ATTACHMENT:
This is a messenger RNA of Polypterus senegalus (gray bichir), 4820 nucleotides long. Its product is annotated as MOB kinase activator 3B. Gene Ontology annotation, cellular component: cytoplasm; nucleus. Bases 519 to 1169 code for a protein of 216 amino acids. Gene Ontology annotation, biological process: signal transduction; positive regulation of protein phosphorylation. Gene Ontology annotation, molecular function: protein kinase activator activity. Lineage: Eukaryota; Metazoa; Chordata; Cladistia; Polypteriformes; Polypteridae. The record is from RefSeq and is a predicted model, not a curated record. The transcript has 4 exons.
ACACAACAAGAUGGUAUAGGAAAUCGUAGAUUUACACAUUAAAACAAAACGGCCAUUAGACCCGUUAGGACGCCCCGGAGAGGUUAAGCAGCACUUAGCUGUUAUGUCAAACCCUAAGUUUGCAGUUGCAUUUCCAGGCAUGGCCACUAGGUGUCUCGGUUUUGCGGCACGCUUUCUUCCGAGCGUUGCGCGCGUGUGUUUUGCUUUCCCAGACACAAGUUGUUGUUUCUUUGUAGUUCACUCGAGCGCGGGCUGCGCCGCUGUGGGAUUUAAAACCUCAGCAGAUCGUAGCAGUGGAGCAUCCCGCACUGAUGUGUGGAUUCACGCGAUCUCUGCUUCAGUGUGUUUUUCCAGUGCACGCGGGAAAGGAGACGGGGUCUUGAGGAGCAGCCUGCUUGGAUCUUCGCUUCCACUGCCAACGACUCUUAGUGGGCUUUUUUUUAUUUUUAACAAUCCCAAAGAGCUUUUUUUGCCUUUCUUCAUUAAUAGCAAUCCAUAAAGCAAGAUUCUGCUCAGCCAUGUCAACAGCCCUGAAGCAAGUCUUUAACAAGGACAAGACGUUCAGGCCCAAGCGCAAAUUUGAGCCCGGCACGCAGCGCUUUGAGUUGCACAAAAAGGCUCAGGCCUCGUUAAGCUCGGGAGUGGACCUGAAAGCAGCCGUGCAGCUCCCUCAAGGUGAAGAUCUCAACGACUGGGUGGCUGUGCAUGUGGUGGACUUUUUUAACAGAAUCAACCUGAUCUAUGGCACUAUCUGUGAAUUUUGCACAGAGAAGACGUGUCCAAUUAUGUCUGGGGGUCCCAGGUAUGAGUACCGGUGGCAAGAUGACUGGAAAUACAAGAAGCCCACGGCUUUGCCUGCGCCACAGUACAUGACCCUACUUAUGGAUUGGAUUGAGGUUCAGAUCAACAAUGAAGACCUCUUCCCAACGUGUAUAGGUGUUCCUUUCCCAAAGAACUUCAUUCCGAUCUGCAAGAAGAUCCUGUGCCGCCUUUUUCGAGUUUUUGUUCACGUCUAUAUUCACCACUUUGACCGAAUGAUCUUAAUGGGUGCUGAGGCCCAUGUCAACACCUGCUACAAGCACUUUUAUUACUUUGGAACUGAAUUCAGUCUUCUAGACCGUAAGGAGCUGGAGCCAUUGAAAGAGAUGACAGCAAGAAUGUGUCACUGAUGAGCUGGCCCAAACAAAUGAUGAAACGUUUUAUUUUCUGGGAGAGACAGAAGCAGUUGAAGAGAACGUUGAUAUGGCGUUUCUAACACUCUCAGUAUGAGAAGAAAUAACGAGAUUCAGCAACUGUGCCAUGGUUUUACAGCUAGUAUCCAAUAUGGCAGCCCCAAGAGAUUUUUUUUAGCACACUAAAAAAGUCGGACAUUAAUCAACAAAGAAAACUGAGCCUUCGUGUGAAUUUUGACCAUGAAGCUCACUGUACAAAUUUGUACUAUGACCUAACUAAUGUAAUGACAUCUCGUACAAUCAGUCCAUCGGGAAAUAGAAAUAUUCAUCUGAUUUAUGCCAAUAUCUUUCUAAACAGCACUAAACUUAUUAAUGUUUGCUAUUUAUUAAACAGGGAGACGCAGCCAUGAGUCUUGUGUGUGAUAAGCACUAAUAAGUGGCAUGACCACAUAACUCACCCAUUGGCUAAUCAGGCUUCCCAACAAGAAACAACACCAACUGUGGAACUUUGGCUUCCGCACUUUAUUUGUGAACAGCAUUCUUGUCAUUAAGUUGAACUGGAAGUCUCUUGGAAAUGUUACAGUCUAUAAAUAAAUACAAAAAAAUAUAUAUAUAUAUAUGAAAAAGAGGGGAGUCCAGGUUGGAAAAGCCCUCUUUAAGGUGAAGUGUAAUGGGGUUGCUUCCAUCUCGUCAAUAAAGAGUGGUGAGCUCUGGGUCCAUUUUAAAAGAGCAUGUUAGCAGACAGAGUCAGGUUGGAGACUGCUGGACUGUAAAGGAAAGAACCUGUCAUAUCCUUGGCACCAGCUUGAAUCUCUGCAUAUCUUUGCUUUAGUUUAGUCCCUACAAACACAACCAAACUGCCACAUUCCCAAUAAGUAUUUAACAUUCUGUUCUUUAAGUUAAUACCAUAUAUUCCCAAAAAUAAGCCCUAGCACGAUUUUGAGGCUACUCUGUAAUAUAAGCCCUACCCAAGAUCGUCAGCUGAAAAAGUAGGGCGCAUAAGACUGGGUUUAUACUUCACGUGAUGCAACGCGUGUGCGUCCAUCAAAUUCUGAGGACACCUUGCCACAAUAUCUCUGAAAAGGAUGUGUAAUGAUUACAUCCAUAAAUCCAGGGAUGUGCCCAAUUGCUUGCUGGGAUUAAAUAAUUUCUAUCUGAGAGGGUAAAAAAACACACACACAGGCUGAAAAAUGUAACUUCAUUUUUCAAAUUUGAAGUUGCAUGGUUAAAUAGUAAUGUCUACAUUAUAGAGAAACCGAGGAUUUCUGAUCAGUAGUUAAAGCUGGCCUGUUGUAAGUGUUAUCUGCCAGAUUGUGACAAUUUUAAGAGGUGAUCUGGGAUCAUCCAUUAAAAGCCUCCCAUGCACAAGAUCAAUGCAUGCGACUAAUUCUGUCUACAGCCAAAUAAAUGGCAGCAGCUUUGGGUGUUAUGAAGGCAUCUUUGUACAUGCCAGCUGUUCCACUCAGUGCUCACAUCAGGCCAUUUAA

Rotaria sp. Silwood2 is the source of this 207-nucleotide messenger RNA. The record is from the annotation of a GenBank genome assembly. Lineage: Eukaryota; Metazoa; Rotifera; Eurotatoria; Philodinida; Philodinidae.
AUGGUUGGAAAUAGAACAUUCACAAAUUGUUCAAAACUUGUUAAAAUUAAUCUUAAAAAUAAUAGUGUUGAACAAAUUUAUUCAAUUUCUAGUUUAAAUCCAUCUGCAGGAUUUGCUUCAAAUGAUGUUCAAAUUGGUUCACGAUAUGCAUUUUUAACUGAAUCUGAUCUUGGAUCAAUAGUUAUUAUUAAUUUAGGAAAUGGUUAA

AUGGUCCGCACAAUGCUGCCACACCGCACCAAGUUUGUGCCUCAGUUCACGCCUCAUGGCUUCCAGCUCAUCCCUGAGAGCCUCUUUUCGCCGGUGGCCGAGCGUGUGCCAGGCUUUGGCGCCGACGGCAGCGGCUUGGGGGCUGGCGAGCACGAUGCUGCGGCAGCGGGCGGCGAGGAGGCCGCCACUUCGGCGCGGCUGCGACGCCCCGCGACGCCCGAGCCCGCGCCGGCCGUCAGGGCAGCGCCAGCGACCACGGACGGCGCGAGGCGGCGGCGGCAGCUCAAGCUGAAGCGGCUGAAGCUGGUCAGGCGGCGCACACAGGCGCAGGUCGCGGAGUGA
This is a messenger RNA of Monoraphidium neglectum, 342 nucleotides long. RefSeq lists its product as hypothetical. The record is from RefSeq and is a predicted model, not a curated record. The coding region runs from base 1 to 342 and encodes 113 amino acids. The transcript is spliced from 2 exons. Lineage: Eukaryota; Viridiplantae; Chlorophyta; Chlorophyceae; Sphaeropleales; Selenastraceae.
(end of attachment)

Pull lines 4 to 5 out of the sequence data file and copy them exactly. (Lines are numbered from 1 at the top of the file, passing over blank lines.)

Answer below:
AUGGUUGGAAAUAGAACAUUCACAAAUUGUUCAAAACUUGUUAAAAUUAAUCUUAAAAAUAAUAGUGUUGAACAAAUUUAUUCAAUUUCUAGUUUAAAUCCAUCUGCAGGAUUUGCUUCAAAUGAUGUUCAAAUUGGUUCACGAUAUGCAUUUUUAACUGAAUCUGAUCUUGGAUCAAUAGUUAUUAUUAAUUUAGGAAAUGGUUAA

AUGGUCCGCACAAUGCUGCCACACCGCACCAAGUUUGUGCCUCAGUUCACGCCUCAUGGCUUCCAGCUCAUCCCUGAGAGCCUCUUUUCGCCGGUGGCCGAGCGUGUGCCAGGCUUUGGCGCCGACGGCAGCGGCUUGGGGGCUGGCGAGCACGAUGCUGCGGCAGCGGGCGGCGAGGAGGCCGCCACUUCGGCGCGGCUGCGACGCCCCGCGACGCCCGAGCCCGCGCCGGCCGUCAGGGCAGCGCCAGCGACCACGGACGGCGCGAGGCGGCGGCGGCAGCUCAAGCUGAAGCGGCUGAAGCUGGUCAGGCGGCGCACACAGGCGCAGGUCGCGGAGUGA